Carburetor & Accessories
In general, motorcycle carburetor is a device that measure and mixes the right amount of air and fuel before it enters the cylinder for burning. It is important to ensure that the engine works efficiently. All carburetors work under the basic principle of atmospheric pressure. The faster air moves, the lower its static pressure, and the higher its dynamic pressure. This system draws air into the carburetor, then draw in gasoline and atomize it while it's mixed with the air. This mixture will then be drawn into the combustion chamber for burning.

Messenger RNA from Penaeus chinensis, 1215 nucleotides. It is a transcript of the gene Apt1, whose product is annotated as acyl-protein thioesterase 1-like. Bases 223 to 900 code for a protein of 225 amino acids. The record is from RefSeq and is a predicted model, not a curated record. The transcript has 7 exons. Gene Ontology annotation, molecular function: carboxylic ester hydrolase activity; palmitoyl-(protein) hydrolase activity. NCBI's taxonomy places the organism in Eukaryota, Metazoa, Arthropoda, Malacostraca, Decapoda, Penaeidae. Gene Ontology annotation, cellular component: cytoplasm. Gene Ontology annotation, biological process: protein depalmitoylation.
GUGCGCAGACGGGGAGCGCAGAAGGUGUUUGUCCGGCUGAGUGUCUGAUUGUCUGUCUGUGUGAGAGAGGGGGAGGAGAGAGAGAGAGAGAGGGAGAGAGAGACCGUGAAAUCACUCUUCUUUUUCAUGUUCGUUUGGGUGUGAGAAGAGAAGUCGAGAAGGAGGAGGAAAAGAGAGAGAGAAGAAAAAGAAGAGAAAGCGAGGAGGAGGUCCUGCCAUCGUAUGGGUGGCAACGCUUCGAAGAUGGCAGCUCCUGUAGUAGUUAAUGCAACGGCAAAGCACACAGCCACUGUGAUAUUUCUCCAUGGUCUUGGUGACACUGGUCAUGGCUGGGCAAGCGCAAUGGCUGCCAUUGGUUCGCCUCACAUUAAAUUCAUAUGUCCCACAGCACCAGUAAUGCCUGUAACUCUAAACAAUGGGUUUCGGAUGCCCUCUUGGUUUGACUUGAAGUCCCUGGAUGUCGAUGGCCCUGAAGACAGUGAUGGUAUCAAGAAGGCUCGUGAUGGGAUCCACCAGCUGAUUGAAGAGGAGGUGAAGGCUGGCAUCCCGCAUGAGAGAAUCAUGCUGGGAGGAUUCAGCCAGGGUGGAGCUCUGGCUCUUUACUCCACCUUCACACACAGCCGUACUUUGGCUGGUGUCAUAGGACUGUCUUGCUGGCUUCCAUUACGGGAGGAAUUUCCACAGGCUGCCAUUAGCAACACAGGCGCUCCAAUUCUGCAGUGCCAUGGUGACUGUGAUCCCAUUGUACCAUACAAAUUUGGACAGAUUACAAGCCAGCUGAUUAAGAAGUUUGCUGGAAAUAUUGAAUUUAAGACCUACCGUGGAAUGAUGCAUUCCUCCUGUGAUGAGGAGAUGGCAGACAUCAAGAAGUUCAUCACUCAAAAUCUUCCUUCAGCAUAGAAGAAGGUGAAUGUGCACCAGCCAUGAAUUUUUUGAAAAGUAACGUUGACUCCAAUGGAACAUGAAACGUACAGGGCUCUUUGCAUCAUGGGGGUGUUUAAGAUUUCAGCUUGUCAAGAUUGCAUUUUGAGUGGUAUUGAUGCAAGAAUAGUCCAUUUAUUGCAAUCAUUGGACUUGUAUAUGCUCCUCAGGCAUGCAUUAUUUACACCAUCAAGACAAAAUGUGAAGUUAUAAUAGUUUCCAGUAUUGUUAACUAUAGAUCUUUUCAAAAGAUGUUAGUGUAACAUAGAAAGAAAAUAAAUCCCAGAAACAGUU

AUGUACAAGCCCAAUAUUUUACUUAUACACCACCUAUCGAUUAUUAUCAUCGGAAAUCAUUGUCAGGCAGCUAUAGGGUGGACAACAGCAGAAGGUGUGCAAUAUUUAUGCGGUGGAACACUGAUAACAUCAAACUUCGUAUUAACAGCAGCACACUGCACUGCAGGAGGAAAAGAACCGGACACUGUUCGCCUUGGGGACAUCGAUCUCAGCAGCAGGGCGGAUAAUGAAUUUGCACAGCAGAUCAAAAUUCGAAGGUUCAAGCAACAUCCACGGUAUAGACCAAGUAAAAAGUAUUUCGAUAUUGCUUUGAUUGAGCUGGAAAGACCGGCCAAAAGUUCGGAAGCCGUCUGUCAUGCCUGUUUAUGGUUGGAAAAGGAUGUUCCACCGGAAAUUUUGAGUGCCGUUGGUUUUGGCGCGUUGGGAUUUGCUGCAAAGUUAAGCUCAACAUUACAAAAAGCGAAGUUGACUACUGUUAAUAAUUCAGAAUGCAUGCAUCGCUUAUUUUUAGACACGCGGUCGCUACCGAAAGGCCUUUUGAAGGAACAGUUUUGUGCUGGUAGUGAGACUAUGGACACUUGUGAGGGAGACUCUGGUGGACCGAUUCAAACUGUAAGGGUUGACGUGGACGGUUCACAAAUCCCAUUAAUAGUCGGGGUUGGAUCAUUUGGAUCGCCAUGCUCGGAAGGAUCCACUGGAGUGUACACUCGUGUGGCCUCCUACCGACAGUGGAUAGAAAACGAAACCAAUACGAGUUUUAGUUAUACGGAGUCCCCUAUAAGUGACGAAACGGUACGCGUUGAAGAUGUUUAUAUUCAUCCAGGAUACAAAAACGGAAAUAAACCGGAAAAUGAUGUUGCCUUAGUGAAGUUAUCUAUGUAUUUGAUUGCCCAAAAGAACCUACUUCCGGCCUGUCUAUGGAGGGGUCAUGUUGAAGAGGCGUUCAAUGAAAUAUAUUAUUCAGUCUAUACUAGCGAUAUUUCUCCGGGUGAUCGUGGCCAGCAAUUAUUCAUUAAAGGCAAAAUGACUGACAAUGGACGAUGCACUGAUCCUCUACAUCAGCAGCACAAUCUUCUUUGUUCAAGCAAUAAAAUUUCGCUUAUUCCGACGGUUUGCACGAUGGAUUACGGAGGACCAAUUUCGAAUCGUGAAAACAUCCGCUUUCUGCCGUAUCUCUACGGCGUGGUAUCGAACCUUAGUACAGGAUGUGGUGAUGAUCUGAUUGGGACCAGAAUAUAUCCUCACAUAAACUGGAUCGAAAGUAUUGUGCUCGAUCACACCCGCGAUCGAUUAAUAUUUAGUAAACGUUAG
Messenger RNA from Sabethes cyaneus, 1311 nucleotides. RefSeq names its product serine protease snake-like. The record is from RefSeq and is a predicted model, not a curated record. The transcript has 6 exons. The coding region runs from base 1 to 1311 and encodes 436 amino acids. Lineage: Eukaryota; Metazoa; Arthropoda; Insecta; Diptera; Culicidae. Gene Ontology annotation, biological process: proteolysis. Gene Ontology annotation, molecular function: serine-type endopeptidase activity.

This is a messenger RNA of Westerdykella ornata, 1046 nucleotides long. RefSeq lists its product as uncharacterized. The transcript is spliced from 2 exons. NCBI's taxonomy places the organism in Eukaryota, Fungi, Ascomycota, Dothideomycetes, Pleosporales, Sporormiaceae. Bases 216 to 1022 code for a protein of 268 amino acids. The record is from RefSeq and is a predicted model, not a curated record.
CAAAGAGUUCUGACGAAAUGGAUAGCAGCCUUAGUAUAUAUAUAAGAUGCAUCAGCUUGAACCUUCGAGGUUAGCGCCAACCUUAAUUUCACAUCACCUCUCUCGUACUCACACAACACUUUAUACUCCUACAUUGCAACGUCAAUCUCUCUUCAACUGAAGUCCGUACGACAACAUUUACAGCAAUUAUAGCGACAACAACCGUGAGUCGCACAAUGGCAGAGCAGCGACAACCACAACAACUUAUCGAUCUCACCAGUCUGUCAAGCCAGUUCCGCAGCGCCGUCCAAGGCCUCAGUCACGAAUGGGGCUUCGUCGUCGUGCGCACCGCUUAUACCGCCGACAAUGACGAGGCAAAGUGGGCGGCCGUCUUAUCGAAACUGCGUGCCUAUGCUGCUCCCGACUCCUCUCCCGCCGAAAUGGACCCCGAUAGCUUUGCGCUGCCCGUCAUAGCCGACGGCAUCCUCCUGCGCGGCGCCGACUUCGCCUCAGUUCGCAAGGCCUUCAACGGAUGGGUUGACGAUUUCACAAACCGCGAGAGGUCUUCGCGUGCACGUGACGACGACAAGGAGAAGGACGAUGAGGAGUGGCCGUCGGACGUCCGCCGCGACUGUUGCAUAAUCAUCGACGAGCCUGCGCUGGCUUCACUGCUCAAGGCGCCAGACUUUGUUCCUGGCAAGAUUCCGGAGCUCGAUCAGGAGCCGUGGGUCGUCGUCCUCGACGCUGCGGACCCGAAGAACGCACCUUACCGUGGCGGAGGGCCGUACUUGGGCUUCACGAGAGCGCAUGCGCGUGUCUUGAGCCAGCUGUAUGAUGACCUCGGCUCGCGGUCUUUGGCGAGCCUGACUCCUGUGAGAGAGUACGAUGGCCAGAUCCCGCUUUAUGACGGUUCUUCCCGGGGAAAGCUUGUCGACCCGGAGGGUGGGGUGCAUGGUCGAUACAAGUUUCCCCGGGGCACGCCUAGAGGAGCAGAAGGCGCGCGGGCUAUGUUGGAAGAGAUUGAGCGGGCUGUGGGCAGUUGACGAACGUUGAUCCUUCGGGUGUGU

Theoretically, for a properly tuned engine running on pure gasoline, the ideal ratio of air and fuel (A/F) mixture is 14.7:1; meaning that for each unit of gasoline, 14.7 units of air will be consumed. However, due to operating losses in the induction system, plus the fact that fuel may not completely vaporized in the combustion chamber, a 14.7:1 A/F mixture ratio is often too lean for actual operating needs. Thus, a more realistic light-load of A/F mixture for a stock carburetor to work properly on reformulated unleaded gasoline is in the 14.1:1 range.